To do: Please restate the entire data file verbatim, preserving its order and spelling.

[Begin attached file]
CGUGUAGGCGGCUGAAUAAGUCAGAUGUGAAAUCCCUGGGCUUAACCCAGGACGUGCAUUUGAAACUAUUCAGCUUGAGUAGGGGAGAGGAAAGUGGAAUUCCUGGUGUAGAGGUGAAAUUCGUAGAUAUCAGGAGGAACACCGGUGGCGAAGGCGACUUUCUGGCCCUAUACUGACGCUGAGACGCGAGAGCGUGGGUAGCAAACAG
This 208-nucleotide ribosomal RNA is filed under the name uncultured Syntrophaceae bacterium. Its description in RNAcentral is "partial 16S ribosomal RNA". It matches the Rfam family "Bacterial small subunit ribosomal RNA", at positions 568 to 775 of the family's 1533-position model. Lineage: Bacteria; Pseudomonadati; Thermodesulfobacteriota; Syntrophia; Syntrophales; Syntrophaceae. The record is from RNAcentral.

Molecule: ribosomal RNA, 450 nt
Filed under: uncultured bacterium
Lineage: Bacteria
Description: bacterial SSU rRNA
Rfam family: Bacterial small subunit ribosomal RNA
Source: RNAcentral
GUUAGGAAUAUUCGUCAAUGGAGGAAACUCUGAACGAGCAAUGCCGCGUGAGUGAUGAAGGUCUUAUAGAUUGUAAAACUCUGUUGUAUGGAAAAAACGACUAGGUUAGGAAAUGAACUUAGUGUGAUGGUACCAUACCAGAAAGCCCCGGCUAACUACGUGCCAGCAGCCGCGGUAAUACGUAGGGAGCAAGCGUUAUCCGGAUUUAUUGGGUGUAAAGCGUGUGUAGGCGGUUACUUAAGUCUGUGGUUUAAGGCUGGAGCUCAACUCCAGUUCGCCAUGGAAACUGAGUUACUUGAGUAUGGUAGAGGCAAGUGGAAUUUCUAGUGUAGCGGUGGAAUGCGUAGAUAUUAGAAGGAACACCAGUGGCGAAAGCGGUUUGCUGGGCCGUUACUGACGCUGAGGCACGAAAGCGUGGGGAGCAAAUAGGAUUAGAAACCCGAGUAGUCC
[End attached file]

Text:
CGUGUAGGCGGCUGAAUAAGUCAGAUGUGAAAUCCCUGGGCUUAACCCAGGACGUGCAUUUGAAACUAUUCAGCUUGAGUAGGGGAGAGGAAAGUGGAAUUCCUGGUGUAGAGGUGAAAUUCGUAGAUAUCAGGAGGAACACCGGUGGCGAAGGCGACUUUCUGGCCCUAUACUGACGCUGAGACGCGAGAGCGUGGGUAGCAAACAG
This 208-nucleotide ribosomal RNA is filed under the name uncultured Syntrophaceae bacterium. Its description in RNAcentral is "partial 16S ribosomal RNA". It matches the Rfam family "Bacterial small subunit ribosomal RNA", at positions 568 to 775 of the family's 1533-position model. Lineage: Bacteria; Pseudomonadati; Thermodesulfobacteriota; Syntrophia; Syntrophales; Syntrophaceae. The record is from RNAcentral.

Molecule: ribosomal RNA, 450 nt
Filed under: uncultured bacterium
Lineage: Bacteria
Description: bacterial SSU rRNA
Rfam family: Bacterial small subunit ribosomal RNA
Source: RNAcentral
GUUAGGAAUAUUCGUCAAUGGAGGAAACUCUGAACGAGCAAUGCCGCGUGAGUGAUGAAGGUCUUAUAGAUUGUAAAACUCUGUUGUAUGGAAAAAACGACUAGGUUAGGAAAUGAACUUAGUGUGAUGGUACCAUACCAGAAAGCCCCGGCUAACUACGUGCCAGCAGCCGCGGUAAUACGUAGGGAGCAAGCGUUAUCCGGAUUUAUUGGGUGUAAAGCGUGUGUAGGCGGUUACUUAAGUCUGUGGUUUAAGGCUGGAGCUCAACUCCAGUUCGCCAUGGAAACUGAGUUACUUGAGUAUGGUAGAGGCAAGUGGAAUUUCUAGUGUAGCGGUGGAAUGCGUAGAUAUUAGAAGGAACACCAGUGGCGAAAGCGGUUUGCUGGGCCGUUACUGACGCUGAGGCACGAAAGCGUGGGGAGCAAAUAGGAUUAGAAACCCGAGUAGUCC